Jerry Sandusky and his wife, Dottie, enter a Pennsylvania courthouse Friday… (Robb Carr / Getty Images )
“There has been love in my heart,” Jerry Sandusky once wrote to one of his victims. “My wish is that you care and have love in your heart. Love never ends.”
That declaration was among the chilling comments contained in letters Sandusky wrote over time to boys he molested. The letters were released by prosecutors after jurors began deliberating on Thursday. During the trial they were were projected on a screen for jurors to read.
The jury convicted the former Penn State assistant football coach of 45 counts of sexual abuse crimes Friday night.
The letters, posted on the website of the Morning Call newspaper, often effect a warm tone, encouraging the recipients to excel in life. There is no overt mention of the sexual acts Sandusky forced upon the boys, some of whom met him through the Second Mile, the charity he established for disadvantaged children.
In one handwritten letter, the man prosecutors described as a predator talks about the movie “Forrest Gump” and equates himself with the innocent title character:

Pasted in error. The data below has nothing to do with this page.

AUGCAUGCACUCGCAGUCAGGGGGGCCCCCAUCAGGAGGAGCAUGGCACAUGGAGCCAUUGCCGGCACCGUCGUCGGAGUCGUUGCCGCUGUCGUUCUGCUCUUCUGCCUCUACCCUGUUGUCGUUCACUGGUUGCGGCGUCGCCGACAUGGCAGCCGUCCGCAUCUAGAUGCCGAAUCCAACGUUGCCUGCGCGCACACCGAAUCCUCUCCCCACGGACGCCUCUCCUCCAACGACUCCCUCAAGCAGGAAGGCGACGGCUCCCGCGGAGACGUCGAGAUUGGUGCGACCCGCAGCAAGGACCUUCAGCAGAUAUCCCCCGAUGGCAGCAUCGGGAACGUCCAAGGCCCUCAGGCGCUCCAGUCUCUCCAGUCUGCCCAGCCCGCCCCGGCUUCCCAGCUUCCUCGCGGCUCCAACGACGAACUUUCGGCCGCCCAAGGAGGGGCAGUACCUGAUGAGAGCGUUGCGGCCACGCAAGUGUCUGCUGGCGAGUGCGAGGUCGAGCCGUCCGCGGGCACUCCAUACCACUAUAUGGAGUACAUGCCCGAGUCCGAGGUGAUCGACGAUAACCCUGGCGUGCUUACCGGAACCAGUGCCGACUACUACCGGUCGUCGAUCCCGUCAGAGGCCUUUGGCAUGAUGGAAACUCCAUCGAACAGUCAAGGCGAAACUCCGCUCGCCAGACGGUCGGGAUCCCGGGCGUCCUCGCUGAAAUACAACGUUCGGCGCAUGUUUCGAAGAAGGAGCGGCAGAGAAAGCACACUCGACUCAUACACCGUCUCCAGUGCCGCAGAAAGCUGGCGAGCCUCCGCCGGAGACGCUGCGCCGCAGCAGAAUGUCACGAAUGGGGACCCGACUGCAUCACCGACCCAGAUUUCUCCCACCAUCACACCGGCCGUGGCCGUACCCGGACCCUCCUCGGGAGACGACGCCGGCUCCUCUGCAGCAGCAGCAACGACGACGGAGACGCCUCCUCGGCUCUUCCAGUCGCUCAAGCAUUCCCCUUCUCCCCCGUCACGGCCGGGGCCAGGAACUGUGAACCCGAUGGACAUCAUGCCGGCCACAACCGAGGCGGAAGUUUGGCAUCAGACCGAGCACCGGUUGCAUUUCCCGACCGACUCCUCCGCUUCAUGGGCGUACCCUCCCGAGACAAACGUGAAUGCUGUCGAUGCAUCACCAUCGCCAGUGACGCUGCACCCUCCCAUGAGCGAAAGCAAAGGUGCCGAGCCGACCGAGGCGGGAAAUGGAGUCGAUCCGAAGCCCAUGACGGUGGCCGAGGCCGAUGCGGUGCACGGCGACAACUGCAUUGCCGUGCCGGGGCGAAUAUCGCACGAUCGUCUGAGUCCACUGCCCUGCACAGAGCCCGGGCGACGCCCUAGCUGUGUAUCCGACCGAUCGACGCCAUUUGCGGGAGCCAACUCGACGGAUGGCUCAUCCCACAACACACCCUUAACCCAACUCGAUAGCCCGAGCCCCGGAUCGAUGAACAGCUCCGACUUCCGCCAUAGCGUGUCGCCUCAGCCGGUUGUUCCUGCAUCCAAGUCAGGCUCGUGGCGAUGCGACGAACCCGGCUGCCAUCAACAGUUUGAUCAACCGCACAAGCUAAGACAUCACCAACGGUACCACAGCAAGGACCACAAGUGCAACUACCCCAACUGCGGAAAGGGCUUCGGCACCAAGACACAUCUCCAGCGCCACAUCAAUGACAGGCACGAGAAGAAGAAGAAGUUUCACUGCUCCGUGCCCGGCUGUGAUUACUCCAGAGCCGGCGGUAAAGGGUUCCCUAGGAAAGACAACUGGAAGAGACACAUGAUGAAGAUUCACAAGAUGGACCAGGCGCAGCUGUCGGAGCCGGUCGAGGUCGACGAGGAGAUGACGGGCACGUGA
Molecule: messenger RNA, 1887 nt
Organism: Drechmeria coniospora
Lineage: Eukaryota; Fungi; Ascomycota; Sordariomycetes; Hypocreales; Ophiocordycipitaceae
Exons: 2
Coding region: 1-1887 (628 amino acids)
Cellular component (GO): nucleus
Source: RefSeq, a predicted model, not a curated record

“Driving home the other night from Snow Shoe I had many thoughts. Some happy, some a little sad. As you know, I am very emotional and kind of let everything out. I'm not good at hiding my feelings. I have many Forrest Gump qualities and I thought a lot about that movie as I was driving home. As you would expect I cried at that movie.
“I remembered Forrest and how he was so naive (oblivious to the world) and not very smart. He was so happy because he wasn't caught up in being anything other than a caring person. I wish that I had more of that in me.”
Sandusky signed it “Forrest Jer.”
Another letter contains unintended irony:
“Yes, I am a ‘Great Pretender.’ I pretend that I can sing. I pretend about many things. However, I can't pretend about my feelings and want you to always remember that I care.
“Not always a pretender – Jer”
That was from a note to the young man identified by the court as Victim 4. Another note to the same recipient said:
“It's your life! You can continue as you have, keep looking for happiness or you can find it. We'd love to be a part of your life, but that's your choice.”
Victim 4, now a 28-year-old man, indeed made a choice. At the trial, he took the stand and testified against the man who also once wrote, “I know that I have made my share of mistakes. However, I hope that I will be able to say that I cared.”
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